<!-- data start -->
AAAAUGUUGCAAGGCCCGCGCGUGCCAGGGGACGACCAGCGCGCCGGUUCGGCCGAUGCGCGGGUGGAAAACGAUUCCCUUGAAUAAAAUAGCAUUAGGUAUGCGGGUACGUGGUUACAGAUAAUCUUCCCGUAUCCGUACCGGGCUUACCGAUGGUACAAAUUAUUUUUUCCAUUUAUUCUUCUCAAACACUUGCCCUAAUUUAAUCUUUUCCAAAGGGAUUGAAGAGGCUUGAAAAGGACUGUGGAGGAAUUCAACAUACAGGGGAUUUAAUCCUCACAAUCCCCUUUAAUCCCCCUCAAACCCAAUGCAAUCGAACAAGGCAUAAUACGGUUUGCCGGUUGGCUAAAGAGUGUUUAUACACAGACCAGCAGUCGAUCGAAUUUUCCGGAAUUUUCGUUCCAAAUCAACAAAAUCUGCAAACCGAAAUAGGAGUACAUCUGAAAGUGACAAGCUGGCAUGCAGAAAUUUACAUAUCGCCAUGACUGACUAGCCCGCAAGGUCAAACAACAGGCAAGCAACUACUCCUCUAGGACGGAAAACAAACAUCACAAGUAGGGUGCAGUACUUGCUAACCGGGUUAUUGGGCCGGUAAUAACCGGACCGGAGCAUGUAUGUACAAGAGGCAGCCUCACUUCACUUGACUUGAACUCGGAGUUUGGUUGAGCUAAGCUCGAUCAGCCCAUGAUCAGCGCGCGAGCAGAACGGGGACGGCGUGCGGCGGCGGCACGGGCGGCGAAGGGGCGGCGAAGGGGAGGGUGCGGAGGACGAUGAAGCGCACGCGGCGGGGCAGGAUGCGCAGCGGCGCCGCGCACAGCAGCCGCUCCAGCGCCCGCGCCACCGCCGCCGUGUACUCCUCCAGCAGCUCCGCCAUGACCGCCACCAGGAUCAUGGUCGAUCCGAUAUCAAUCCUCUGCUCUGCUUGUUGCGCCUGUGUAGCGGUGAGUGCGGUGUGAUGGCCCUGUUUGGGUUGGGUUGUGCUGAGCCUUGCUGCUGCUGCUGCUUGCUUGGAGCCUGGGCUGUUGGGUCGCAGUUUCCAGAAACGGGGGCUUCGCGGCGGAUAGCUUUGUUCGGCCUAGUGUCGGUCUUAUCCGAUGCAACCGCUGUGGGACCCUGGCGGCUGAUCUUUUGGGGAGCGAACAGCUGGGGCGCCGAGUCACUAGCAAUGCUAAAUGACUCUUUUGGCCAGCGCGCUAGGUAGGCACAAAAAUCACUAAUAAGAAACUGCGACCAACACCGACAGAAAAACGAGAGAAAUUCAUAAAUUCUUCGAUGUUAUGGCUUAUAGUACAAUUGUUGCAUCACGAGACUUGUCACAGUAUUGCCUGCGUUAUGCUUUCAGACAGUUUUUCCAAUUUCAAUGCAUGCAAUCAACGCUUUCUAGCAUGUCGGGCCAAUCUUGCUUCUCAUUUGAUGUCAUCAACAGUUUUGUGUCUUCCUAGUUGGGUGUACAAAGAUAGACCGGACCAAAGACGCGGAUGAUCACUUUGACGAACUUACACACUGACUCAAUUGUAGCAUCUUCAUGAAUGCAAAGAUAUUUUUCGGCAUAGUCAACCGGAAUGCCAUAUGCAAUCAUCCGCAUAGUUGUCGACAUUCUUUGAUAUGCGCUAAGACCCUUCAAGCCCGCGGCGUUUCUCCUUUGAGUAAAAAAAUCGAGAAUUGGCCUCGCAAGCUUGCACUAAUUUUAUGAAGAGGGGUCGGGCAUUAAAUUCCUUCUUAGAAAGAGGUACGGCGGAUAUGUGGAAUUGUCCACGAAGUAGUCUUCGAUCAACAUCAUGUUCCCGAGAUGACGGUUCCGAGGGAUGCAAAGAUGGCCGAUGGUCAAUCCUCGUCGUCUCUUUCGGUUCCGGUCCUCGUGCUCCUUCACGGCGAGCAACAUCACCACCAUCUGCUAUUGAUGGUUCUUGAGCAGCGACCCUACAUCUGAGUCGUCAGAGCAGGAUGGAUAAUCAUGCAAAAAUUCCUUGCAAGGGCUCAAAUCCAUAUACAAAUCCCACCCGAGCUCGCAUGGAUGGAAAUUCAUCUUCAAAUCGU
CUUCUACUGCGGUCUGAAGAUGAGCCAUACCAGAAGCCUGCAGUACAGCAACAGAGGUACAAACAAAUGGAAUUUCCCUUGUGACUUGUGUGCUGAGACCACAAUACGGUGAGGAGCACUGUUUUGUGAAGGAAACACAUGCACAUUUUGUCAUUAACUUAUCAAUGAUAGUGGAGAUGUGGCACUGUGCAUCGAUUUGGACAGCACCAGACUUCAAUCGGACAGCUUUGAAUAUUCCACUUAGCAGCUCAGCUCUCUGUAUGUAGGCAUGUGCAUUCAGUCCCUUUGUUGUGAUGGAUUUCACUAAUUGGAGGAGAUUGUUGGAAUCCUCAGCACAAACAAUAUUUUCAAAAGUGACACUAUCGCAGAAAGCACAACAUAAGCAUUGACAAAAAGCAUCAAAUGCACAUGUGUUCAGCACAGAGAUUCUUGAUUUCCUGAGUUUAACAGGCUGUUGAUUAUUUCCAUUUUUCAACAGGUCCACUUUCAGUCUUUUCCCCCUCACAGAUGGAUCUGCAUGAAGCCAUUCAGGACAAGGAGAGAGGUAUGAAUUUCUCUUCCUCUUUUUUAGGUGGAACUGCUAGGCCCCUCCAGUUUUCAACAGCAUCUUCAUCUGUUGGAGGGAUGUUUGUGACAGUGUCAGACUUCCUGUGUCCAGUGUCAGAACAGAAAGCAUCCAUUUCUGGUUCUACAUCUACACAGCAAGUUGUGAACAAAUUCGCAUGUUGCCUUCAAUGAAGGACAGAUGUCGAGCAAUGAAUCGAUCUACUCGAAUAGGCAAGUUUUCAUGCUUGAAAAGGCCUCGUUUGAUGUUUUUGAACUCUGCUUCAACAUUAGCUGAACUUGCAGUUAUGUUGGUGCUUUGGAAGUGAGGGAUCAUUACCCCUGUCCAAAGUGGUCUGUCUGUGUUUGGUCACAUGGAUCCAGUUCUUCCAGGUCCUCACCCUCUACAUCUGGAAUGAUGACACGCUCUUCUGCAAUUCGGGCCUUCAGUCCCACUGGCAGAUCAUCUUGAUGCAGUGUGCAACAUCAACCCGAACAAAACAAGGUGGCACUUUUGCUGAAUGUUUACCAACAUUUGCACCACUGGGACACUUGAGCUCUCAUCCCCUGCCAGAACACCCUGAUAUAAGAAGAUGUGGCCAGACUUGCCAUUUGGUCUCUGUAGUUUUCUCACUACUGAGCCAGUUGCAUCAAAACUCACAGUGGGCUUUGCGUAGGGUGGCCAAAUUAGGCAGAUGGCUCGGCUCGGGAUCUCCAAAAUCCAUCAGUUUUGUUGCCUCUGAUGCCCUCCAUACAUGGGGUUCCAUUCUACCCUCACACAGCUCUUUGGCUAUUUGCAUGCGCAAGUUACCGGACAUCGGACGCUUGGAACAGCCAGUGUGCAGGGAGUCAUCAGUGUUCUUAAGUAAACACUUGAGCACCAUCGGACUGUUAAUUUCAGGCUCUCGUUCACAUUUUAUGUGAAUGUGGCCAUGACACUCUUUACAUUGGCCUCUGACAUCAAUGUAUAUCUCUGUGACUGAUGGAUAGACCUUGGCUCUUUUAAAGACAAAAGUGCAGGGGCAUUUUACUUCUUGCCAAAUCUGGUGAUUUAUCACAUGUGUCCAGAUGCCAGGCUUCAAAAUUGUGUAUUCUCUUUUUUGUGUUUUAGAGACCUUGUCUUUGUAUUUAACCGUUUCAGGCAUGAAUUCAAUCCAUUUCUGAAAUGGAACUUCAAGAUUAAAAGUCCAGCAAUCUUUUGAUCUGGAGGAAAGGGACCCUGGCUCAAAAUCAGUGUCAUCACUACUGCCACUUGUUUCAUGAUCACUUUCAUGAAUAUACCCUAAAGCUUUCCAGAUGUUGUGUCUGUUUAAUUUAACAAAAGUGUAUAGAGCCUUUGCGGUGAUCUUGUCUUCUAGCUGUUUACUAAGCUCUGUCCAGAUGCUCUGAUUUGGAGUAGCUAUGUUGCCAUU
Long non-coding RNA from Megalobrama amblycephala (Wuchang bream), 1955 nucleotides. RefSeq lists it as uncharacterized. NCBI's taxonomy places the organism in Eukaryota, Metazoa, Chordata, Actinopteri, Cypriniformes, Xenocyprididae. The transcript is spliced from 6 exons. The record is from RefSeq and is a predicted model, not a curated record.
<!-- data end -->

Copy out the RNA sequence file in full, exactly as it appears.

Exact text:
AAAAUGUUGCAAGGCCCGCGCGUGCCAGGGGACGACCAGCGCGCCGGUUCGGCCGAUGCGCGGGUGGAAAACGAUUCCCUUGAAUAAAAUAGCAUUAGGUAUGCGGGUACGUGGUUACAGAUAAUCUUCCCGUAUCCGUACCGGGCUUACCGAUGGUACAAAUUAUUUUUUCCAUUUAUUCUUCUCAAACACUUGCCCUAAUUUAAUCUUUUCCAAAGGGAUUGAAGAGGCUUGAAAAGGACUGUGGAGGAAUUCAACAUACAGGGGAUUUAAUCCUCACAAUCCCCUUUAAUCCCCCUCAAACCCAAUGCAAUCGAACAAGGCAUAAUACGGUUUGCCGGUUGGCUAAAGAGUGUUUAUACACAGACCAGCAGUCGAUCGAAUUUUCCGGAAUUUUCGUUCCAAAUCAACAAAAUCUGCAAACCGAAAUAGGAGUACAUCUGAAAGUGACAAGCUGGCAUGCAGAAAUUUACAUAUCGCCAUGACUGACUAGCCCGCAAGGUCAAACAACAGGCAAGCAACUACUCCUCUAGGACGGAAAACAAACAUCACAAGUAGGGUGCAGUACUUGCUAACCGGGUUAUUGGGCCGGUAAUAACCGGACCGGAGCAUGUAUGUACAAGAGGCAGCCUCACUUCACUUGACUUGAACUCGGAGUUUGGUUGAGCUAAGCUCGAUCAGCCCAUGAUCAGCGCGCGAGCAGAACGGGGACGGCGUGCGGCGGCGGCACGGGCGGCGAAGGGGCGGCGAAGGGGAGGGUGCGGAGGACGAUGAAGCGCACGCGGCGGGGCAGGAUGCGCAGCGGCGCCGCGCACAGCAGCCGCUCCAGCGCCCGCGCCACCGCCGCCGUGUACUCCUCCAGCAGCUCCGCCAUGACCGCCACCAGGAUCAUGGUCGAUCCGAUAUCAAUCCUCUGCUCUGCUUGUUGCGCCUGUGUAGCGGUGAGUGCGGUGUGAUGGCCCUGUUUGGGUUGGGUUGUGCUGAGCCUUGCUGCUGCUGCUGCUUGCUUGGAGCCUGGGCUGUUGGGUCGCAGUUUCCAGAAACGGGGGCUUCGCGGCGGAUAGCUUUGUUCGGCCUAGUGUCGGUCUUAUCCGAUGCAACCGCUGUGGGACCCUGGCGGCUGAUCUUUUGGGGAGCGAACAGCUGGGGCGCCGAGUCACUAGCAAUGCUAAAUGACUCUUUUGGCCAGCGCGCUAGGUAGGCACAAAAAUCACUAAUAAGAAACUGCGACCAACACCGACAGAAAAACGAGAGAAAUUCAUAAAUUCUUCGAUGUUAUGGCUUAUAGUACAAUUGUUGCAUCACGAGACUUGUCACAGUAUUGCCUGCGUUAUGCUUUCAGACAGUUUUUCCAAUUUCAAUGCAUGCAAUCAACGCUUUCUAGCAUGUCGGGCCAAUCUUGCUUCUCAUUUGAUGUCAUCAACAGUUUUGUGUCUUCCUAGUUGGGUGUACAAAGAUAGACCGGACCAAAGACGCGGAUGAUCACUUUGACGAACUUACACACUGACUCAAUUGUAGCAUCUUCAUGAAUGCAAAGAUAUUUUUCGGCAUAGUCAACCGGAAUGCCAUAUGCAAUCAUCCGCAUAGUUGUCGACAUUCUUUGAUAUGCGCUAAGACCCUUCAAGCCCGCGGCGUUUCUCCUUUGAGUAAAAAAAUCGAGAAUUGGCCUCGCAAGCUUGCACUAAUUUUAUGAAGAGGGGUCGGGCAUUAAAUUCCUUCUUAGAAAGAGGUACGGCGGAUAUGUGGAAUUGUCCACGAAGUAGUCUUCGAUCAACAUCAUGUUCCCGAGAUGACGGUUCCGAGGGAUGCAAAGAUGGCCGAUGGUCAAUCCUCGUCGUCUCUUUCGGUUCCGGUCCUCGUGCUCCUUCACGGCGAGCAACAUCACCACCAUCUGCUAUUGAUGGUUCUUGAGCAGCGACCCUACAUCUGAGUCGUCAGAGCAGGAUGGAUAAUCAUGCAAAAAUUCCUUGCAAGGGCUCAAAUCCAUAUACAAAUCCCACCCGAGCUCGCAUGGAUGGAAAUUCAUCUUCAAAUCGU
CUUCUACUGCGGUCUGAAGAUGAGCCAUACCAGAAGCCUGCAGUACAGCAACAGAGGUACAAACAAAUGGAAUUUCCCUUGUGACUUGUGUGCUGAGACCACAAUACGGUGAGGAGCACUGUUUUGUGAAGGAAACACAUGCACAUUUUGUCAUUAACUUAUCAAUGAUAGUGGAGAUGUGGCACUGUGCAUCGAUUUGGACAGCACCAGACUUCAAUCGGACAGCUUUGAAUAUUCCACUUAGCAGCUCAGCUCUCUGUAUGUAGGCAUGUGCAUUCAGUCCCUUUGUUGUGAUGGAUUUCACUAAUUGGAGGAGAUUGUUGGAAUCCUCAGCACAAACAAUAUUUUCAAAAGUGACACUAUCGCAGAAAGCACAACAUAAGCAUUGACAAAAAGCAUCAAAUGCACAUGUGUUCAGCACAGAGAUUCUUGAUUUCCUGAGUUUAACAGGCUGUUGAUUAUUUCCAUUUUUCAACAGGUCCACUUUCAGUCUUUUCCCCCUCACAGAUGGAUCUGCAUGAAGCCAUUCAGGACAAGGAGAGAGGUAUGAAUUUCUCUUCCUCUUUUUUAGGUGGAACUGCUAGGCCCCUCCAGUUUUCAACAGCAUCUUCAUCUGUUGGAGGGAUGUUUGUGACAGUGUCAGACUUCCUGUGUCCAGUGUCAGAACAGAAAGCAUCCAUUUCUGGUUCUACAUCUACACAGCAAGUUGUGAACAAAUUCGCAUGUUGCCUUCAAUGAAGGACAGAUGUCGAGCAAUGAAUCGAUCUACUCGAAUAGGCAAGUUUUCAUGCUUGAAAAGGCCUCGUUUGAUGUUUUUGAACUCUGCUUCAACAUUAGCUGAACUUGCAGUUAUGUUGGUGCUUUGGAAGUGAGGGAUCAUUACCCCUGUCCAAAGUGGUCUGUCUGUGUUUGGUCACAUGGAUCCAGUUCUUCCAGGUCCUCACCCUCUACAUCUGGAAUGAUGACACGCUCUUCUGCAAUUCGGGCCUUCAGUCCCACUGGCAGAUCAUCUUGAUGCAGUGUGCAACAUCAACCCGAACAAAACAAGGUGGCACUUUUGCUGAAUGUUUACCAACAUUUGCACCACUGGGACACUUGAGCUCUCAUCCCCUGCCAGAACACCCUGAUAUAAGAAGAUGUGGCCAGACUUGCCAUUUGGUCUCUGUAGUUUUCUCACUACUGAGCCAGUUGCAUCAAAACUCACAGUGGGCUUUGCGUAGGGUGGCCAAAUUAGGCAGAUGGCUCGGCUCGGGAUCUCCAAAAUCCAUCAGUUUUGUUGCCUCUGAUGCCCUCCAUACAUGGGGUUCCAUUCUACCCUCACACAGCUCUUUGGCUAUUUGCAUGCGCAAGUUACCGGACAUCGGACGCUUGGAACAGCCAGUGUGCAGGGAGUCAUCAGUGUUCUUAAGUAAACACUUGAGCACCAUCGGACUGUUAAUUUCAGGCUCUCGUUCACAUUUUAUGUGAAUGUGGCCAUGACACUCUUUACAUUGGCCUCUGACAUCAAUGUAUAUCUCUGUGACUGAUGGAUAGACCUUGGCUCUUUUAAAGACAAAAGUGCAGGGGCAUUUUACUUCUUGCCAAAUCUGGUGAUUUAUCACAUGUGUCCAGAUGCCAGGCUUCAAAAUUGUGUAUUCUCUUUUUUGUGUUUUAGAGACCUUGUCUUUGUAUUUAACCGUUUCAGGCAUGAAUUCAAUCCAUUUCUGAAAUGGAACUUCAAGAUUAAAAGUCCAGCAAUCUUUUGAUCUGGAGGAAAGGGACCCUGGCUCAAAAUCAGUGUCAUCACUACUGCCACUUGUUUCAUGAUCACUUUCAUGAAUAUACCCUAAAGCUUUCCAGAUGUUGUGUCUGUUUAAUUUAACAAAAGUGUAUAGAGCCUUUGCGGUGAUCUUGUCUUCUAGCUGUUUACUAAGCUCUGUCCAGAUGCUCUGAUUUGGAGUAGCUAUGUUGCCAUU
Long non-coding RNA from Megalobrama amblycephala (Wuchang bream), 1955 nucleotides. RefSeq lists it as uncharacterized. NCBI's taxonomy places the organism in Eukaryota, Metazoa, Chordata, Actinopteri, Cypriniformes, Xenocyprididae. The transcript is spliced from 6 exons. The record is from RefSeq and is a predicted model, not a curated record.